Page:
Community spirit

Two voluntary groups have a special place in the heart for Geraldine farmer Frances Coles.


HAVING MARRIED INTO dairy farming from a Monday-to-Friday, office-based job, I’ve never taken for granted the flexibility life on the land allows our family.

Sure, there are times when it’s hard to get away and things feel a bit Groundhog Day-ish… but for most of the season, there is room to move and time for personal pursuits.

To combat the sometimes isolating nature of farming, Aaron and I have always tried to stay involved in community groups and activities – be it sporting teams, school boards or voluntary roles.

Two roles in particular hold a special place in my heart.

Meat the Need recently celebrated their third birthday. They’re a great charity that partners with meat processors and dairy companies to turn farmers’ donations of cull animals and milk into neatly packaged products distributed to food banks throughout the country, helping to feed Kiwi families in need.

Bellyful has been around a bit longer – since 2009 – and the branch in Geraldine I’m part of has been cooking meals for local families for the past 11 years. It’s a simple act that means so much to parents of newborns or young children who always appreciate having nutritious meals in the freezer for days that haven’t gone quite to plan.

As a farmer who has donated to Meat the Need, it gives me such a buzz to see their branded meat packs defrosting ready for one of our Bellyful cookathons, and I’m so grateful to the people who connected the two groups for that to happen. It means they can both achieve so much more with donated funds.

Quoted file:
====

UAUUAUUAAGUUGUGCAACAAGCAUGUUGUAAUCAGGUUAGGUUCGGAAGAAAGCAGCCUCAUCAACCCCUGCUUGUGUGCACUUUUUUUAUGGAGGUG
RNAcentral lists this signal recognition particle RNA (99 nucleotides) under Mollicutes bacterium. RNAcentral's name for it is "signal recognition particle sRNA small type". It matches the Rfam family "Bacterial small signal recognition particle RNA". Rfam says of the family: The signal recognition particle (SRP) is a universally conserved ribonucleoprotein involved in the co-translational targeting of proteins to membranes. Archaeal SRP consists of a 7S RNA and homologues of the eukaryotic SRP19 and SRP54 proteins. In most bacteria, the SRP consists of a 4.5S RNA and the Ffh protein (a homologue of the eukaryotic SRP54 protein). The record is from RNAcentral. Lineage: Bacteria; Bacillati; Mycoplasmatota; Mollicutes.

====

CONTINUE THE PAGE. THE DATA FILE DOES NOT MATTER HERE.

Before Meat the Need came on board, mince was one of our Bellyful branch’s largest expenses. With that cost eliminated, we can spread the funds so much further.

The focus for Meat the Need is on connecting farmers who want to support their communities with companies who can turn that donation into a useable good. Partnering with groups like Bellyful (along with others like City Mission and Salvation Army) means donated goods make it to those who truly need them.

I’ve just recently put the call in to our local Silver Fern Farms rep to divert one of our cull cows to Meat the Need, and this Sunday morning I’ll attend our latest Bellyful cookathon. In the not-too-distant future, I’ll answer a group chat calling for someone to deliver meals to a family who are perhaps for the first time coming to grips with life with a newborn.

All these moments provide opportunities to be grateful: to assist others by giving an animal we have already received plenty of value from; living in a community with a desire to look out for each other; and having a job that’s flexible enough that I can go for a drive to deliver meals and offer support to someone who’s perhaps feeling a bit overwhelmed.

If you’d like to experience some of those same feel-good moments, check out Meat the Need and Bellyful’s websites for details on how you can get involved. Trust me when I say from experience that it’s simple and easy, and you won’t regret it!